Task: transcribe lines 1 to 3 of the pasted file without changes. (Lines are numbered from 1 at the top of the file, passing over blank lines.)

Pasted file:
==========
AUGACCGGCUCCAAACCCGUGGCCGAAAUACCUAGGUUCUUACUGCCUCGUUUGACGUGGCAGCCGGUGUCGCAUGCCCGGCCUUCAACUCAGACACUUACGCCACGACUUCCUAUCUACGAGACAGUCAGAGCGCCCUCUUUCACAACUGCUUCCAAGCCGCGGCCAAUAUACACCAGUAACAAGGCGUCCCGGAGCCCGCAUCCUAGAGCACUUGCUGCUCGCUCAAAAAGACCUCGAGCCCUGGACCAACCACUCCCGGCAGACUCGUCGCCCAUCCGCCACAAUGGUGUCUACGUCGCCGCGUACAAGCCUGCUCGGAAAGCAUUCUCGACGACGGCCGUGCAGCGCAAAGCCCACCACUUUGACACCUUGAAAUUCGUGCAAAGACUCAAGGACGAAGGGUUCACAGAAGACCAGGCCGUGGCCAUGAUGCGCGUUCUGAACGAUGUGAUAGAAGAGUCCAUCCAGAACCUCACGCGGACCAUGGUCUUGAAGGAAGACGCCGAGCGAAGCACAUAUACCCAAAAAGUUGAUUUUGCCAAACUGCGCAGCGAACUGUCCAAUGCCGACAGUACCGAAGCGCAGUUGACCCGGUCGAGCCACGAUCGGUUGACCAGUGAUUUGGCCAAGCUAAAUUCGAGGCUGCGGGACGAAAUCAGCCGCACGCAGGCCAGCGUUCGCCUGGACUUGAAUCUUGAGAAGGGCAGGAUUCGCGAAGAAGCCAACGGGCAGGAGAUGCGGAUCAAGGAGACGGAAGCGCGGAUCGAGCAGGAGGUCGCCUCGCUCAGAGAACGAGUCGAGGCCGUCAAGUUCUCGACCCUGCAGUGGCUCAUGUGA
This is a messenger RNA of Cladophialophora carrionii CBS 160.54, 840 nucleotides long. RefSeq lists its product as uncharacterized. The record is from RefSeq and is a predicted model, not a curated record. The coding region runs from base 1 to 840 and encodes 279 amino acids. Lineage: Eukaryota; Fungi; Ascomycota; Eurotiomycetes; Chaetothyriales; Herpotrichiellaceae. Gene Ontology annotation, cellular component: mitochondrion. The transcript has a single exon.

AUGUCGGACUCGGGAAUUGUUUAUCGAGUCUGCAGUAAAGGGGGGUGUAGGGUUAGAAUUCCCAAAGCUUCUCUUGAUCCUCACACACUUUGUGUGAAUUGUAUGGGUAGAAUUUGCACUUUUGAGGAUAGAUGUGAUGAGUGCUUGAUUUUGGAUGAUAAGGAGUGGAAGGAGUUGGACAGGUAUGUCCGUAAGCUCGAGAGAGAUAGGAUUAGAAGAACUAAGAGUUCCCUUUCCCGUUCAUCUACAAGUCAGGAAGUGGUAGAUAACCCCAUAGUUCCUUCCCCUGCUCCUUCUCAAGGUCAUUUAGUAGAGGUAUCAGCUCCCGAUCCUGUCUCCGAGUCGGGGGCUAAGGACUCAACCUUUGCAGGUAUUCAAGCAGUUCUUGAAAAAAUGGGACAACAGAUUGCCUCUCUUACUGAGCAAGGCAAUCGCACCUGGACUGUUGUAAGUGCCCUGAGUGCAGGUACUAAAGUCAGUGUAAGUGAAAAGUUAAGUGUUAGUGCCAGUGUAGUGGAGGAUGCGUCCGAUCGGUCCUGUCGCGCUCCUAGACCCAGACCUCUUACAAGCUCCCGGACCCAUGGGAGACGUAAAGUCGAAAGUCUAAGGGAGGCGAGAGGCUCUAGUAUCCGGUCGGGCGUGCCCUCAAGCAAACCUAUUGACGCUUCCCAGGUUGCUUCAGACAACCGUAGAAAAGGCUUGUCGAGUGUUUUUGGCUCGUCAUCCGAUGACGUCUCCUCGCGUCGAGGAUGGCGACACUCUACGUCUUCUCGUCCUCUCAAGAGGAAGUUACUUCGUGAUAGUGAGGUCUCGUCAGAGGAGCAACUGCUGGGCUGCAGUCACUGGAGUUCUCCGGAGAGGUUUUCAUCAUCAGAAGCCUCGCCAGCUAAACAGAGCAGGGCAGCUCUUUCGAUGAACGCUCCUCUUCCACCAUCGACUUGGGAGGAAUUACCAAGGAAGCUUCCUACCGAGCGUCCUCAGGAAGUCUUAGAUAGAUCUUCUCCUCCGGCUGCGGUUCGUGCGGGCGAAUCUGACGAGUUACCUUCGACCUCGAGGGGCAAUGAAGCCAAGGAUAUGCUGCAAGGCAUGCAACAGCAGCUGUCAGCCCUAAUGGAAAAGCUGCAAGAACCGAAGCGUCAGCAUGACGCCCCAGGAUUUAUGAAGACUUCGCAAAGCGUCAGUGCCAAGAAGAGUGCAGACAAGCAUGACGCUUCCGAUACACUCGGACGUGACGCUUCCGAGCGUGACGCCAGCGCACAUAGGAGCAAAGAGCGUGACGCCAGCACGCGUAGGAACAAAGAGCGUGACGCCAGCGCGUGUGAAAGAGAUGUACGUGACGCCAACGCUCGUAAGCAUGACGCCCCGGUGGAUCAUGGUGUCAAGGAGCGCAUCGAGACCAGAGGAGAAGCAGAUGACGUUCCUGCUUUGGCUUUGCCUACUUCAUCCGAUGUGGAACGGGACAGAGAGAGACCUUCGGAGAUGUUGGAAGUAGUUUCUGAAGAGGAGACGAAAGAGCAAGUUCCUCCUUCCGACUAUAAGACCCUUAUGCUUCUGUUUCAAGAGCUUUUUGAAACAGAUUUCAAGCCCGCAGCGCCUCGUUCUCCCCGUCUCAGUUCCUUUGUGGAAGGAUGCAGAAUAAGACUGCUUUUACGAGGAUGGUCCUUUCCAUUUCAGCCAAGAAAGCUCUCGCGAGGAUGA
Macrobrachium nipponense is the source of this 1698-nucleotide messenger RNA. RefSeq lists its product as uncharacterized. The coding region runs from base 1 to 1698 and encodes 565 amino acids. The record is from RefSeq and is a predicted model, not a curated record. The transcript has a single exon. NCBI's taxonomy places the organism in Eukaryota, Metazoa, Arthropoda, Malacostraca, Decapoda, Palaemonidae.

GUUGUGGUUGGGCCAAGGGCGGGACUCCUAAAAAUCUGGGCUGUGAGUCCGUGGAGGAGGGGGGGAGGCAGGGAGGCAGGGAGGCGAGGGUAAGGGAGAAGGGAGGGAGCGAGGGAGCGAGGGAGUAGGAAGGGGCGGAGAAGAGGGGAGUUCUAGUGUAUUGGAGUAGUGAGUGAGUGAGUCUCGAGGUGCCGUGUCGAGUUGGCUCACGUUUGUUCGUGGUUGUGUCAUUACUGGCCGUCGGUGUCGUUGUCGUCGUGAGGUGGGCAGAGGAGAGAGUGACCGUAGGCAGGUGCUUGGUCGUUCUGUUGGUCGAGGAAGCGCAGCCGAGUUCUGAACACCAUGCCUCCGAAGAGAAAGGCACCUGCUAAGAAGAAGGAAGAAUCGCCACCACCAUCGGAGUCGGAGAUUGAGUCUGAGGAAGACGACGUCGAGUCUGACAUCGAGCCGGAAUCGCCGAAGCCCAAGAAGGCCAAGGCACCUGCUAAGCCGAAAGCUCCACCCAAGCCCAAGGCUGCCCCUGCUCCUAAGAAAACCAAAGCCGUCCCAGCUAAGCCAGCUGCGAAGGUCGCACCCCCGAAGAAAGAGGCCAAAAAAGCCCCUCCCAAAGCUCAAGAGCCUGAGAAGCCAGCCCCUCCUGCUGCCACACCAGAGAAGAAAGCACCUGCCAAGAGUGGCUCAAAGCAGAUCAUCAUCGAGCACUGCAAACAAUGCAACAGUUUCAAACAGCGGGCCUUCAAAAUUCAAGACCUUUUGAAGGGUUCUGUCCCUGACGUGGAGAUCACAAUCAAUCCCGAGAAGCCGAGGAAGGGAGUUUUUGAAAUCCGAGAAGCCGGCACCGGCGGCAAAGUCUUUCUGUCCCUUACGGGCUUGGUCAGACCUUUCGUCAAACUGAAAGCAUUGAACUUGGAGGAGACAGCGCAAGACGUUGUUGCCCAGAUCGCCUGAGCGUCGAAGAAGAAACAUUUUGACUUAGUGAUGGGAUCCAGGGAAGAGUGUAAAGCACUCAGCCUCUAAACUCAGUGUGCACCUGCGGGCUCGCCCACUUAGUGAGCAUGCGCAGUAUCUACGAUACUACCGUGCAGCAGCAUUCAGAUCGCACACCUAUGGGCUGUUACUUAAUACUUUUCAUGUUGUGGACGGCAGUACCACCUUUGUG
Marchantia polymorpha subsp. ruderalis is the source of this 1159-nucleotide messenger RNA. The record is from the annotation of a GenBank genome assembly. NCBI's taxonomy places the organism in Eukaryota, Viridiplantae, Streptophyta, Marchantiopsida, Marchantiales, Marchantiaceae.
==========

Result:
AUGACCGGCUCCAAACCCGUGGCCGAAAUACCUAGGUUCUUACUGCCUCGUUUGACGUGGCAGCCGGUGUCGCAUGCCCGGCCUUCAACUCAGACACUUACGCCACGACUUCCUAUCUACGAGACAGUCAGAGCGCCCUCUUUCACAACUGCUUCCAAGCCGCGGCCAAUAUACACCAGUAACAAGGCGUCCCGGAGCCCGCAUCCUAGAGCACUUGCUGCUCGCUCAAAAAGACCUCGAGCCCUGGACCAACCACUCCCGGCAGACUCGUCGCCCAUCCGCCACAAUGGUGUCUACGUCGCCGCGUACAAGCCUGCUCGGAAAGCAUUCUCGACGACGGCCGUGCAGCGCAAAGCCCACCACUUUGACACCUUGAAAUUCGUGCAAAGACUCAAGGACGAAGGGUUCACAGAAGACCAGGCCGUGGCCAUGAUGCGCGUUCUGAACGAUGUGAUAGAAGAGUCCAUCCAGAACCUCACGCGGACCAUGGUCUUGAAGGAAGACGCCGAGCGAAGCACAUAUACCCAAAAAGUUGAUUUUGCCAAACUGCGCAGCGAACUGUCCAAUGCCGACAGUACCGAAGCGCAGUUGACCCGGUCGAGCCACGAUCGGUUGACCAGUGAUUUGGCCAAGCUAAAUUCGAGGCUGCGGGACGAAAUCAGCCGCACGCAGGCCAGCGUUCGCCUGGACUUGAAUCUUGAGAAGGGCAGGAUUCGCGAAGAAGCCAACGGGCAGGAGAUGCGGAUCAAGGAGACGGAAGCGCGGAUCGAGCAGGAGGUCGCCUCGCUCAGAGAACGAGUCGAGGCCGUCAAGUUCUCGACCCUGCAGUGGCUCAUGUGA
This is a messenger RNA of Cladophialophora carrionii CBS 160.54, 840 nucleotides long. RefSeq lists its product as uncharacterized. The record is from RefSeq and is a predicted model, not a curated record. The coding region runs from base 1 to 840 and encodes 279 amino acids. Lineage: Eukaryota; Fungi; Ascomycota; Eurotiomycetes; Chaetothyriales; Herpotrichiellaceae. Gene Ontology annotation, cellular component: mitochondrion. The transcript has a single exon.

AUGUCGGACUCGGGAAUUGUUUAUCGAGUCUGCAGUAAAGGGGGGUGUAGGGUUAGAAUUCCCAAAGCUUCUCUUGAUCCUCACACACUUUGUGUGAAUUGUAUGGGUAGAAUUUGCACUUUUGAGGAUAGAUGUGAUGAGUGCUUGAUUUUGGAUGAUAAGGAGUGGAAGGAGUUGGACAGGUAUGUCCGUAAGCUCGAGAGAGAUAGGAUUAGAAGAACUAAGAGUUCCCUUUCCCGUUCAUCUACAAGUCAGGAAGUGGUAGAUAACCCCAUAGUUCCUUCCCCUGCUCCUUCUCAAGGUCAUUUAGUAGAGGUAUCAGCUCCCGAUCCUGUCUCCGAGUCGGGGGCUAAGGACUCAACCUUUGCAGGUAUUCAAGCAGUUCUUGAAAAAAUGGGACAACAGAUUGCCUCUCUUACUGAGCAAGGCAAUCGCACCUGGACUGUUGUAAGUGCCCUGAGUGCAGGUACUAAAGUCAGUGUAAGUGAAAAGUUAAGUGUUAGUGCCAGUGUAGUGGAGGAUGCGUCCGAUCGGUCCUGUCGCGCUCCUAGACCCAGACCUCUUACAAGCUCCCGGACCCAUGGGAGACGUAAAGUCGAAAGUCUAAGGGAGGCGAGAGGCUCUAGUAUCCGGUCGGGCGUGCCCUCAAGCAAACCUAUUGACGCUUCCCAGGUUGCUUCAGACAACCGUAGAAAAGGCUUGUCGAGUGUUUUUGGCUCGUCAUCCGAUGACGUCUCCUCGCGUCGAGGAUGGCGACACUCUACGUCUUCUCGUCCUCUCAAGAGGAAGUUACUUCGUGAUAGUGAGGUCUCGUCAGAGGAGCAACUGCUGGGCUGCAGUCACUGGAGUUCUCCGGAGAGGUUUUCAUCAUCAGAAGCCUCGCCAGCUAAACAGAGCAGGGCAGCUCUUUCGAUGAACGCUCCUCUUCCACCAUCGACUUGGGAGGAAUUACCAAGGAAGCUUCCUACCGAGCGUCCUCAGGAAGUCUUAGAUAGAUCUUCUCCUCCGGCUGCGGUUCGUGCGGGCGAAUCUGACGAGUUACCUUCGACCUCGAGGGGCAAUGAAGCCAAGGAUAUGCUGCAAGGCAUGCAACAGCAGCUGUCAGCCCUAAUGGAAAAGCUGCAAGAACCGAAGCGUCAGCAUGACGCCCCAGGAUUUAUGAAGACUUCGCAAAGCGUCAGUGCCAAGAAGAGUGCAGACAAGCAUGACGCUUCCGAUACACUCGGACGUGACGCUUCCGAGCGUGACGCCAGCGCACAUAGGAGCAAAGAGCGUGACGCCAGCACGCGUAGGAACAAAGAGCGUGACGCCAGCGCGUGUGAAAGAGAUGUACGUGACGCCAACGCUCGUAAGCAUGACGCCCCGGUGGAUCAUGGUGUCAAGGAGCGCAUCGAGACCAGAGGAGAAGCAGAUGACGUUCCUGCUUUGGCUUUGCCUACUUCAUCCGAUGUGGAACGGGACAGAGAGAGACCUUCGGAGAUGUUGGAAGUAGUUUCUGAAGAGGAGACGAAAGAGCAAGUUCCUCCUUCCGACUAUAAGACCCUUAUGCUUCUGUUUCAAGAGCUUUUUGAAACAGAUUUCAAGCCCGCAGCGCCUCGUUCUCCCCGUCUCAGUUCCUUUGUGGAAGGAUGCAGAAUAAGACUGCUUUUACGAGGAUGGUCCUUUCCAUUUCAGCCAAGAAAGCUCUCGCGAGGAUGA